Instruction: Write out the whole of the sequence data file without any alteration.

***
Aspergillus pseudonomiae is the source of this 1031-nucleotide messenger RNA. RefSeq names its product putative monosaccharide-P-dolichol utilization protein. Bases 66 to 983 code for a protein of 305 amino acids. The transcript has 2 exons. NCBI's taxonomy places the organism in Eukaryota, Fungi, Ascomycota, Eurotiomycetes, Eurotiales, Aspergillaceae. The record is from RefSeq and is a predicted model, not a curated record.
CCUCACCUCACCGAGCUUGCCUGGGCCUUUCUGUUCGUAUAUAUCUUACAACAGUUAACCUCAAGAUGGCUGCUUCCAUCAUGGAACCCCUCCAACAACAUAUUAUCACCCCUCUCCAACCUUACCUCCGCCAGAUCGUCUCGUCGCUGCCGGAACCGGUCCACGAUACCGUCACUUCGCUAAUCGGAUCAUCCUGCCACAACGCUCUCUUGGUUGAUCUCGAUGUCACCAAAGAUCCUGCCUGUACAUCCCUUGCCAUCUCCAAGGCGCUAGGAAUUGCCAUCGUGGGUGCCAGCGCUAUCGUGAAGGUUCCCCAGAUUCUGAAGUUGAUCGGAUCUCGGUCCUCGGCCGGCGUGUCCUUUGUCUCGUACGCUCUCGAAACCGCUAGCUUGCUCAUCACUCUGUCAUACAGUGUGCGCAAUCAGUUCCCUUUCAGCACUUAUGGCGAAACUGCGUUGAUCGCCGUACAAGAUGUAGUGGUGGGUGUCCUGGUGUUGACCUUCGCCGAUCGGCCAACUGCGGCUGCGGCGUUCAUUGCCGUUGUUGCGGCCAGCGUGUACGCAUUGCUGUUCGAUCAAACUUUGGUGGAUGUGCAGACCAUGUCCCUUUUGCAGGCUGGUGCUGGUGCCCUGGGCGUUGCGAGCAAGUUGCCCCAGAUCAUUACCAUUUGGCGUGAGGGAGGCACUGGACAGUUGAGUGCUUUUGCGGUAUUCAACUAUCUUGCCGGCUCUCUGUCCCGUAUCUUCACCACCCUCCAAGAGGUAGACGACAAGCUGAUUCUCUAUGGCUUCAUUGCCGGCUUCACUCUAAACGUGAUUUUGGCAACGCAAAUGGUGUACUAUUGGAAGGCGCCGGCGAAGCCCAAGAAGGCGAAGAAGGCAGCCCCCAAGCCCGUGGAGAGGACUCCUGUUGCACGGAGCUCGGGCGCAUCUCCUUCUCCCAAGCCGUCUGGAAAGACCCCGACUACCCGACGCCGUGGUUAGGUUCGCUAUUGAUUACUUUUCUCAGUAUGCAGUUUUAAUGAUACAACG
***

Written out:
Aspergillus pseudonomiae is the source of this 1031-nucleotide messenger RNA. RefSeq names its product putative monosaccharide-P-dolichol utilization protein. Bases 66 to 983 code for a protein of 305 amino acids. The transcript has 2 exons. NCBI's taxonomy places the organism in Eukaryota, Fungi, Ascomycota, Eurotiomycetes, Eurotiales, Aspergillaceae. The record is from RefSeq and is a predicted model, not a curated record.
CCUCACCUCACCGAGCUUGCCUGGGCCUUUCUGUUCGUAUAUAUCUUACAACAGUUAACCUCAAGAUGGCUGCUUCCAUCAUGGAACCCCUCCAACAACAUAUUAUCACCCCUCUCCAACCUUACCUCCGCCAGAUCGUCUCGUCGCUGCCGGAACCGGUCCACGAUACCGUCACUUCGCUAAUCGGAUCAUCCUGCCACAACGCUCUCUUGGUUGAUCUCGAUGUCACCAAAGAUCCUGCCUGUACAUCCCUUGCCAUCUCCAAGGCGCUAGGAAUUGCCAUCGUGGGUGCCAGCGCUAUCGUGAAGGUUCCCCAGAUUCUGAAGUUGAUCGGAUCUCGGUCCUCGGCCGGCGUGUCCUUUGUCUCGUACGCUCUCGAAACCGCUAGCUUGCUCAUCACUCUGUCAUACAGUGUGCGCAAUCAGUUCCCUUUCAGCACUUAUGGCGAAACUGCGUUGAUCGCCGUACAAGAUGUAGUGGUGGGUGUCCUGGUGUUGACCUUCGCCGAUCGGCCAACUGCGGCUGCGGCGUUCAUUGCCGUUGUUGCGGCCAGCGUGUACGCAUUGCUGUUCGAUCAAACUUUGGUGGAUGUGCAGACCAUGUCCCUUUUGCAGGCUGGUGCUGGUGCCCUGGGCGUUGCGAGCAAGUUGCCCCAGAUCAUUACCAUUUGGCGUGAGGGAGGCACUGGACAGUUGAGUGCUUUUGCGGUAUUCAACUAUCUUGCCGGCUCUCUGUCCCGUAUCUUCACCACCCUCCAAGAGGUAGACGACAAGCUGAUUCUCUAUGGCUUCAUUGCCGGCUUCACUCUAAACGUGAUUUUGGCAACGCAAAUGGUGUACUAUUGGAAGGCGCCGGCGAAGCCCAAGAAGGCGAAGAAGGCAGCCCCCAAGCCCGUGGAGAGGACUCCUGUUGCACGGAGCUCGGGCGCAUCUCCUUCUCCCAAGCCGUCUGGAAAGACCCCGACUACCCGACGCCGUGGUUAGGUUCGCUAUUGAUUACUUUUCUCAGUAUGCAGUUUUAAUGAUACAACG